AdhesivesCellotape, masking tape and blue tack are unmissable items to put flipcharts on the wall. Some venues have clips or rails on the wall to put up flipcharts to make our life easier. I do check if there are rules in place about the use of walls and take all tape and tack off the wall before I’m leaving the room.
Sticky notesI love sticky notes. I use sticky notes for all kinds of activities and always bring different colours and sizes. They’re great for affinity diagrams, brainstorm sessions, questions and activities that include ranking or structuring elements. The notes also help me to engage every learner and get them up from their chair.
These little coloured stickers are great to let learners vote, prioritise or rank topics. For example, after a brainstorm: I give attendees a limited number of sticky dots and let them vote on the ideas that have been put forward to find out which ideas they want to discuss in more detail.
Pen and paperI always bring pens and paper. Just to jot down some questions, make a few notes myself or for an unplanned activity. And when there are learners who didn’t bring a pen and paper to make notes, I am happy to share.
After a while, I also added a pair of scissors to my toolkit. I noticed that I was regularly trying to cut cards, band-aids, rope, threads from clothing and a lot more.
I tend to offer highlighters as well as sticky notes to learners for whenever they would like to use them. They might want to highlight information in workbooks, on handouts or in their notes.
I use whiteboard markers for writing on both flipcharts and whiteboards and have a bunch of markers available for activities on flipcharts. I stopped using text markers so I no longer need to check if I am using the correct marker on a whiteboard (and they smell).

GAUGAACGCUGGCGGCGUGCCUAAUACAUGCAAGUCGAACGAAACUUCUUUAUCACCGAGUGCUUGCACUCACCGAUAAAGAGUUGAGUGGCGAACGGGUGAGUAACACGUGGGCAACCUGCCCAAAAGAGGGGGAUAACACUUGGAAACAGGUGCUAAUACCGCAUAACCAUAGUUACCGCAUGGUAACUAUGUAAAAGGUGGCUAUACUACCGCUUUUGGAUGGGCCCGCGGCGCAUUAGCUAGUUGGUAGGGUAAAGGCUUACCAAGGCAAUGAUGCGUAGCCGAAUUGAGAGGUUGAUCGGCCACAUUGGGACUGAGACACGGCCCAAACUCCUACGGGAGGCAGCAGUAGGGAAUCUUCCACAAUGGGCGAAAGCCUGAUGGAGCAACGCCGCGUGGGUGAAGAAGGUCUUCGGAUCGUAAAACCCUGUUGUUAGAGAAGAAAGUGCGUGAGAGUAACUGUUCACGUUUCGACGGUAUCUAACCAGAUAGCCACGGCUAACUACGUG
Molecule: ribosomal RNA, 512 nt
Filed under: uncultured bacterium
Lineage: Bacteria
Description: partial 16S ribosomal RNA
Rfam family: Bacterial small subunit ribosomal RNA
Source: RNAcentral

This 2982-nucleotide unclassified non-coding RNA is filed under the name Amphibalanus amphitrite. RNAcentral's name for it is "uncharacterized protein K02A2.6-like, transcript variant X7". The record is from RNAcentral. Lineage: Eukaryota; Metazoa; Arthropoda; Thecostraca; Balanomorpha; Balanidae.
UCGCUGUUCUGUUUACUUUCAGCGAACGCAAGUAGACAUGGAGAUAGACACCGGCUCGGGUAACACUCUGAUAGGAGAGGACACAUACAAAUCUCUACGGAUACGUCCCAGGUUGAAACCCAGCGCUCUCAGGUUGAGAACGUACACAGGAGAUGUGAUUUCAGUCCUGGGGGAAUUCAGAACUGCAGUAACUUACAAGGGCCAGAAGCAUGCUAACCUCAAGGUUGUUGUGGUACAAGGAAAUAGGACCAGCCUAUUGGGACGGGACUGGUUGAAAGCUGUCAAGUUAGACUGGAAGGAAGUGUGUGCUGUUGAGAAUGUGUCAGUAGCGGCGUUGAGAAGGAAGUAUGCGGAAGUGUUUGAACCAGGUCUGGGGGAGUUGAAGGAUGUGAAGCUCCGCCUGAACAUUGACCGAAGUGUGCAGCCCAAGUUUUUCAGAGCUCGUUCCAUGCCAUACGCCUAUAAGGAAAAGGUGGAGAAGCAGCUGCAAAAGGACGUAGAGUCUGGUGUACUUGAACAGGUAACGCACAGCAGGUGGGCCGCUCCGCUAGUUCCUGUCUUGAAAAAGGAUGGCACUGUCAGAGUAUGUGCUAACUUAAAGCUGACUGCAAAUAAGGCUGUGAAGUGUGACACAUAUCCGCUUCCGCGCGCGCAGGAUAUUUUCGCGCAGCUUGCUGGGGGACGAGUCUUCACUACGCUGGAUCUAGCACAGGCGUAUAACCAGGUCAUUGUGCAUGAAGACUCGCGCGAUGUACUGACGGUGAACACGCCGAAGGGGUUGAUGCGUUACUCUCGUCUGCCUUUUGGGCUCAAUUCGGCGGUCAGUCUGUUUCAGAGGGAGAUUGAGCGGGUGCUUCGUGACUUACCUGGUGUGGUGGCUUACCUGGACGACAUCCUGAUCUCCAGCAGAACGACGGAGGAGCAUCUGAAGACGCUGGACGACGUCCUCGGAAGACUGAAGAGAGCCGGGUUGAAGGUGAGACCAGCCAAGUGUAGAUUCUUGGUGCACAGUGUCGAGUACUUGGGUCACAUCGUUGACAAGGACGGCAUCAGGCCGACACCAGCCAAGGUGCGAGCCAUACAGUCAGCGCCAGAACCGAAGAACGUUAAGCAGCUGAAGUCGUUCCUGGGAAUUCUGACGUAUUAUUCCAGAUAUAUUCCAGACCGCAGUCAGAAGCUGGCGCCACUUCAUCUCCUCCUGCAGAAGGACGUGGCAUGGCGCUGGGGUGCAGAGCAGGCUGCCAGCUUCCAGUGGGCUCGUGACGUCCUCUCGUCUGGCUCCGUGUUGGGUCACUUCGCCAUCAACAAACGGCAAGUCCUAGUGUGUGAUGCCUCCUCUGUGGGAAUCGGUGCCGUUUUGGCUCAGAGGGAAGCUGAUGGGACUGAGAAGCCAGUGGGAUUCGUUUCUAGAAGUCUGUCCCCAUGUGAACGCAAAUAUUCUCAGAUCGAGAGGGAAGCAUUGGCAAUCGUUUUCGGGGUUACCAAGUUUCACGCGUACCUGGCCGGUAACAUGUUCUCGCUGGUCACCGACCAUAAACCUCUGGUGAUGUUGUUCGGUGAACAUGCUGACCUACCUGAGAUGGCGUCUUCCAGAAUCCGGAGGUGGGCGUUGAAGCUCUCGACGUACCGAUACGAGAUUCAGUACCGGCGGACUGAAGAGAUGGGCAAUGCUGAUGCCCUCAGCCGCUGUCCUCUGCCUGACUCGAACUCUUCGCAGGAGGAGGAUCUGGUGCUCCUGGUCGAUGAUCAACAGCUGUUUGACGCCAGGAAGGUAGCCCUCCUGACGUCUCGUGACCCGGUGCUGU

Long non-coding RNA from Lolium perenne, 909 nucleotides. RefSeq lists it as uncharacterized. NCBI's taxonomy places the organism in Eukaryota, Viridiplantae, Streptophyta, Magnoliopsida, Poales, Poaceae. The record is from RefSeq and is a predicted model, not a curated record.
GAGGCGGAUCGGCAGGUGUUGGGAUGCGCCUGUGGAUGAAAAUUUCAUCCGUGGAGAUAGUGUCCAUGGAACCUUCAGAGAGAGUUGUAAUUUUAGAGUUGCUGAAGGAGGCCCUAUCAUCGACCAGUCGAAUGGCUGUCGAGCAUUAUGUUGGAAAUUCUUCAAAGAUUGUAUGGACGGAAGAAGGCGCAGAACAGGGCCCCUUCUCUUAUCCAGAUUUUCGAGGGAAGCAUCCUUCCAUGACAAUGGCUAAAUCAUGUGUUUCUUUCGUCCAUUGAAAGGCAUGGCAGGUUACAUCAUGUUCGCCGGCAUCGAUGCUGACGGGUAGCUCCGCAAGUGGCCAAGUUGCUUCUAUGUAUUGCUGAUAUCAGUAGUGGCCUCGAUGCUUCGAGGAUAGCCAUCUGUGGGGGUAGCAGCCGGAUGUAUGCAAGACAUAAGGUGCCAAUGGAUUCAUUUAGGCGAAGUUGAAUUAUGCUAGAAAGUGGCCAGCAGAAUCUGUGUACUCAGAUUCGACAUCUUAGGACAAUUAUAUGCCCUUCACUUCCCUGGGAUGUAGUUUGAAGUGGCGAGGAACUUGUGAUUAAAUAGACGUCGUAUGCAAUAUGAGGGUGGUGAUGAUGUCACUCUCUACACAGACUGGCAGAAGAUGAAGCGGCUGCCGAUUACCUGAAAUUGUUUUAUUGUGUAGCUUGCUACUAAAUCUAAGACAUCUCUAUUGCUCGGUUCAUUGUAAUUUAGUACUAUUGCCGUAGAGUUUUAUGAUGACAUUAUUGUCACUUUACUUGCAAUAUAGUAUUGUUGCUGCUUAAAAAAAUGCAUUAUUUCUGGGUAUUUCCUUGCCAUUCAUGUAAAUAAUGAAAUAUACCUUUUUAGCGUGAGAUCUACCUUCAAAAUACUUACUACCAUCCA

Panadol and band-aids
Just in case a learner doesn’t feel well, or someone has a paper cut, I carry painkillers and band-aids. I offer the pain killers in the original packaging only. All venues will have a first aid kit, but this is so much quicker.
Extras for slide presentations
Laptop, charger and connector
Even if the venue has a computer set up for the facilitator, I do carry my laptop. If there are computer issues, I can swap and continue my presentation. I also carry both VGA and HDMI connectors to unknown locations.
Clicker and spare batteries
Whenever there is a presentation involved that includes slides, I use a clicker. It allows me to move between slides from wherever I am in the room. I also have spare batteries in my kit.
I carry my presentation on a USB stick. To plug and play at a venue, or in case the connection doesn’t work with my laptop and I need to borrow another computer.
Printed slidesComputers do crash, projectors break down and materials get lost at venues. For peace of mind, I bring a print of the slides so I can always get it copied and hand it out for minimal disruption.
Ready to go
These items are in my standard facilitator’s kit and for me, it’s enough for facilitating in rooms that are set up for training. Of course, it’s not all I’m bringing. Besides my facilitator’s kit, I am also bringing training materials and a few personal items. I recommend stocking up the stationery after every facilitation job, so your kit is ready to go. It will save preparation time and last-minute stress.